Michigan Attorney General Dana Nessel announced Wednesday that no evidence of criminal conduct was found following the department's investigation into a Michigan Department of Health and Human Services COVID-19 contact-tracing contract.
According to a press release from the AG's office, the investigation was launched at the request of Michigan State Senator Jim Runestad in April regarding allegations that the MDHHS "unlawfully directed the procurement of a contract for COVID-19 contact-tracing to an alleged political ally."
The AG's office said their team conducted multiple interviews with 17 people and reviewed thousands of documentation as part of the investigation. The office also noted that Sen. Runestad did not provide any information or evidence to further the investigation after his request.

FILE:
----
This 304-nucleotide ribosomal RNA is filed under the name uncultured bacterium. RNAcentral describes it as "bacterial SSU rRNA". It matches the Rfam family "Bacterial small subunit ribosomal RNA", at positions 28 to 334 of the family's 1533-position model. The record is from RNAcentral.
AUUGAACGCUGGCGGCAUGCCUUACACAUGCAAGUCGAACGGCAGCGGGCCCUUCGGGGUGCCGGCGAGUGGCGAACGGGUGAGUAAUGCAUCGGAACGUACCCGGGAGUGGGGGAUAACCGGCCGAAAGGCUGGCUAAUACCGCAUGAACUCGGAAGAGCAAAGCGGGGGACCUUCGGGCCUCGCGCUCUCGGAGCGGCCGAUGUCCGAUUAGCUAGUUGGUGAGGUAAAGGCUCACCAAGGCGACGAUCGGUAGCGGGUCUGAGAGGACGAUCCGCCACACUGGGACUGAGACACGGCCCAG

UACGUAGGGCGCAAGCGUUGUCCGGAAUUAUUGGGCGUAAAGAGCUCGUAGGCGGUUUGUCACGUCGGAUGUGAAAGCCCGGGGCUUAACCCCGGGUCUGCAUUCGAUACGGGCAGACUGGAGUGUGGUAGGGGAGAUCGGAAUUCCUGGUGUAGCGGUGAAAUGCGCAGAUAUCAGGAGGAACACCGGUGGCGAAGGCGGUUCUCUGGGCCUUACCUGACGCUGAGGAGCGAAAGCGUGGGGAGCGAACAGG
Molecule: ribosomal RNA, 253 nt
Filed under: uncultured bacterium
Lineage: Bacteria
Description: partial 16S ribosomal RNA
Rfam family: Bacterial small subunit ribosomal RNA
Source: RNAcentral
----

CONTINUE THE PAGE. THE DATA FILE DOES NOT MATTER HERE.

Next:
“I appreciate the concern raised by Sen. Runestad but I also appreciate the reality under which this contract was pursued,” said Nessel in a press release. “With the benefit of hindsight, there may have been a better way to accomplish the Department’s ultimate purpose but we found no evidence of criminality. Instead, it appears the imperfect process used here was mainly a result of the Department’s attempt to get a contact-tracing program underway as quickly as possible in light of the dire public health crisis.”